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Defining Chronic Mucus Hypersecretion Using the CAT in the SPIROMICS Cohort

Authors Stott-Miller M, Müllerová H, Miller B, Tabberer M, El Baou C, Keeley T, Martinez FJ, Han M, Dransfield M, Hansel NN, Cooper CB, Woodruff P, Ortega VE, Comellas AP, Paine R III, Kanner RE, Anderson W, Drummond MB, Kim V, Tal-Singer R, Lazaar AL

Received 11 June 2020

Accepted for publication 25 September 2020

Published 13 October 2020 Volume 2020:15 Pages 2467—2476

DOI https://doi.org/10.2147/COPD.S267002

Checked for plagiarism Yes

Review by Single anonymous peer review

Peer reviewer comments 2

Editor who approved publication: Dr Richard Russell


Marni Stott-Miller,1 Hana Müllerová,2 Bruce Miller,3 Maggie Tabberer,4 Céline El Baou,5 Tom Keeley,4 Fernando J Martinez,6 Meilan Han,7 Mark Dransfield,8 Nadia N Hansel,9 Christopher B Cooper,10 Prescott Woodruff,11 Victor E Ortega,12 Alejandro P Comellas,13 Robert Paine III,14 Richard E Kanner,14 Wayne Anderson,15 M Bradley Drummond,15 Victor Kim,16 Ruth Tal-Singer,17 Aili L Lazaar3

1GSK R&D, Epidemiology: Value, Evidence and Outcomes, Uxbridge, UK; 2AstraZeneca, Cambridge, UK; 3GSK R&D, Discovery Medicine, Collegeville, PA, USA; 4GSK R&D Patient-Centred Outcomes: Value, Evidence and Outcomes, Uxbridge, UK; 5CEBSTAT Consultancy Ltd, London, UK; 6Cornell Medical College, New York, NY, USA; 7Division of Pulmonary and Critical Care at the University of Michigan, Ann Arbor, MI, USA; 8Children’s of Alabama, Children’s Health Research Unit/University of Alabama, Birmingham, AB, USA; 9Pulmonary and Critical Care Medicine, Johns Hopkins University, Baltimore, MD, USA; 10David Geffen School of Medicine at UCLA, Los Angeles, CA, USA; 11UCSF Department of Medicine, San Francisco, CA, USA; 12Wake Forest School of Medicine, Winston Salem, NC, USA; 13Carver College of Medicine, University of Iowa, Iowa City, IA, USA; 14Division of Pulmonary and Critical Care Medicine, University of Utah, Salt Lake City, UT, USA; 15Division of Pulmonary Diseases and Critical Care Medicine, University of North Carolina at Chapel Hill, Chapel Hill, NC, USA; 16Department of Thoracic Medicine and Surgery, Lewis Katz School of Medicine at Temple University, Philadelphia, PA, USA; 17COPD Foundation, Washington, DC, USA

Correspondence: Aili L Lazaar GSK, 1250 S. Collegeville Road, Collegeville, PA 19426-0989, USA
Tel +1 484-923-3730
Email Aili.L.Lazaar@gsk.com

Background: Chronic cough and phlegm are frequently reported chronic obstructive pulmonary disease (COPD) symptoms. Prior research classified chronic mucus hypersecretion (CMH) based on the presence of these symptoms for ≥ 3 months, called chronic bronchitis (CB) if respiratory infection symptoms were present for 1– 2 years (Medical Research Council [MRC] definition). We explored whether the COPD Assessment Test (CAT), a simple measure developed for routine clinical use, captures CMH populations and outcomes similarly to MRC and St. George’s Respiratory Questionnaire (SGRQ) definitions.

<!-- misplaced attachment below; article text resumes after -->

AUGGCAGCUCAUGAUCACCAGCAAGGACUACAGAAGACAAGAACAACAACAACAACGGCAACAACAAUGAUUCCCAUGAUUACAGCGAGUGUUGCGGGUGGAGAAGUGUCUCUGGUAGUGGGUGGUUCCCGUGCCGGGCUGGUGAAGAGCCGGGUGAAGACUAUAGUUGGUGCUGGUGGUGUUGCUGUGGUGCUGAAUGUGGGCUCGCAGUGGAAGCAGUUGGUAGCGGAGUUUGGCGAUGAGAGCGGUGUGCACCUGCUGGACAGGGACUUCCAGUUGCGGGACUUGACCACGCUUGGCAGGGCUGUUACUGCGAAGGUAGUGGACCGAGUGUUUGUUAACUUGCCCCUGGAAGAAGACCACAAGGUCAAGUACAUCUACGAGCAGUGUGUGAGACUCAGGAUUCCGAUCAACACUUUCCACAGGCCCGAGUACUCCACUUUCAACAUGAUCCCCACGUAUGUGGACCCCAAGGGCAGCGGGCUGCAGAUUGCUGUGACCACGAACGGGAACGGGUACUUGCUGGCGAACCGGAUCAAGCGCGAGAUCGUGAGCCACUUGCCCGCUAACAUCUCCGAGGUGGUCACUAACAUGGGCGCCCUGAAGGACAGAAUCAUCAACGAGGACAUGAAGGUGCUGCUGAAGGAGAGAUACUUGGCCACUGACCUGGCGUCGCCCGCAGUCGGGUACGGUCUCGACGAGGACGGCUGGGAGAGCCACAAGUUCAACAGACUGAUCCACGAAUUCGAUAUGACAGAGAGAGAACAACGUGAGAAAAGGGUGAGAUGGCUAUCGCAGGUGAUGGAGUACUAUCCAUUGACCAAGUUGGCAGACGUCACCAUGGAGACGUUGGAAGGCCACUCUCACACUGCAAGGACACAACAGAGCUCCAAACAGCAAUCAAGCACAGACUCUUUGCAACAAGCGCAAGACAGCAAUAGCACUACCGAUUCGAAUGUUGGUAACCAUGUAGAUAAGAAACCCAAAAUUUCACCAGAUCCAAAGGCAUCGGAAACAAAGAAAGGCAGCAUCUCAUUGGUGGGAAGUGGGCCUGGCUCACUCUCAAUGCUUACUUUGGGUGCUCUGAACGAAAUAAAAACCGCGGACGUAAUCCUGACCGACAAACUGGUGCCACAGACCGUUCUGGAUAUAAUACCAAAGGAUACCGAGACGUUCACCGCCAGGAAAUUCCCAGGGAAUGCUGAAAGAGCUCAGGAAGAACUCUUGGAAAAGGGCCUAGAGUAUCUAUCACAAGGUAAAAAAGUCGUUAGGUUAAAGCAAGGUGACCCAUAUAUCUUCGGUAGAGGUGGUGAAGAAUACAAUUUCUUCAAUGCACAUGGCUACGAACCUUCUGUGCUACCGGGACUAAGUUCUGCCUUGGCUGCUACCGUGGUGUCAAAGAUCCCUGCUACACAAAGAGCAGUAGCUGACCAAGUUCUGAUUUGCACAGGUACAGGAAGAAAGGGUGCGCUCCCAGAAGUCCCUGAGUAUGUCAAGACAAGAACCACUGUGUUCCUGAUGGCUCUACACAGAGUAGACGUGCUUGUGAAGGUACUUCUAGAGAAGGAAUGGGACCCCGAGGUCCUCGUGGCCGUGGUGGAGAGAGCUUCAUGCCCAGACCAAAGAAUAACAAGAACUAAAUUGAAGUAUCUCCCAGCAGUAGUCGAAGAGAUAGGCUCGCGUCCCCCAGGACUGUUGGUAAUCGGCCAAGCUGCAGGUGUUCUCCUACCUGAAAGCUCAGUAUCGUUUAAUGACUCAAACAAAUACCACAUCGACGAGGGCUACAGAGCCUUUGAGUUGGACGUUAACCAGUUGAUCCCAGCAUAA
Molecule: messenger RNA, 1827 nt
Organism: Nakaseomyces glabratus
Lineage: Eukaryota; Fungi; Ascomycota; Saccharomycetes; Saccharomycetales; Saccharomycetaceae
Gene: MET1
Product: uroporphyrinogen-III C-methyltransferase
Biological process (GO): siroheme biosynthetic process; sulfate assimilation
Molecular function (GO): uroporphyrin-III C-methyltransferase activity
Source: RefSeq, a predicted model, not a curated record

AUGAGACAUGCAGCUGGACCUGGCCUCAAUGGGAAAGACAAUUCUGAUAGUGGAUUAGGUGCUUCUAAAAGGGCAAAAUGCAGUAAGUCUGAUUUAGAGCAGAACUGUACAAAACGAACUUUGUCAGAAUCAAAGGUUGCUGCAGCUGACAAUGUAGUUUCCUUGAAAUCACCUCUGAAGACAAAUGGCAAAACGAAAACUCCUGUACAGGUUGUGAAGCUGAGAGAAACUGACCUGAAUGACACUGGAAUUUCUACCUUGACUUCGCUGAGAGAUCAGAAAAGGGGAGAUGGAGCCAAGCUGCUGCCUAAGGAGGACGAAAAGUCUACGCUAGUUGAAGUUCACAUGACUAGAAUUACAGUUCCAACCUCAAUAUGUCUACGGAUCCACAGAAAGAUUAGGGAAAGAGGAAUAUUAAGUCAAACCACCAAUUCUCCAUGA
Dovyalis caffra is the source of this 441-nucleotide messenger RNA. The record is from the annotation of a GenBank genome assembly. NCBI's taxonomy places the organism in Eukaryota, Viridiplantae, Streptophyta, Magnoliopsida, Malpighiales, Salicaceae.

Methods: We identified CMH in the SPIROMICS COPD cohort using (a) MRC definitions, (b) SGRQ questions for cough and phlegm (both as most/several days a week), and (c) CAT cough and phlegm questions. We determined optimal cut-points for CAT items and described exacerbation frequencies for different CMH definitions. Moderate exacerbations required a new prescription for antibiotics/oral corticosteroids or emergency department visit; severe exacerbations required hospitalization. Results were stratified by smoking status.
Results: In a population of 1431 participants (57% male; mean FEV1% predicted 61%), 47% and 49% of evaluable participants had SGRQ- or CAT-defined CMH, respectively. A cut-point of ≥ 2 for cough and phlegm items defined CMH in CAT. Among SGRQ-CMH+ participants, 80% were also defined as CMH+ by the CAT. CMH+ participants were more likely to be current smokers. A higher exacerbation frequency was observed for presence of CMH+ versus CMH− in the year prior to baseline for all CMH definitions; this trend continued across 3 years of follow-up, regardless of smoking status.
Conclusion: Items from the CAT identified SGRQ-defined CMH, a frequent COPD trait that correlated with exacerbation frequency. The CAT is a short, simple questionnaire and a potentially valuable tool for telemedicine or real-world trials. CAT-based CMH is a novel approach for identifying clinically important characteristics in COPD that can be ascertained in these settings.

Keywords: COPD, SGRQ, exacerbation, CAT, cough, phlegm

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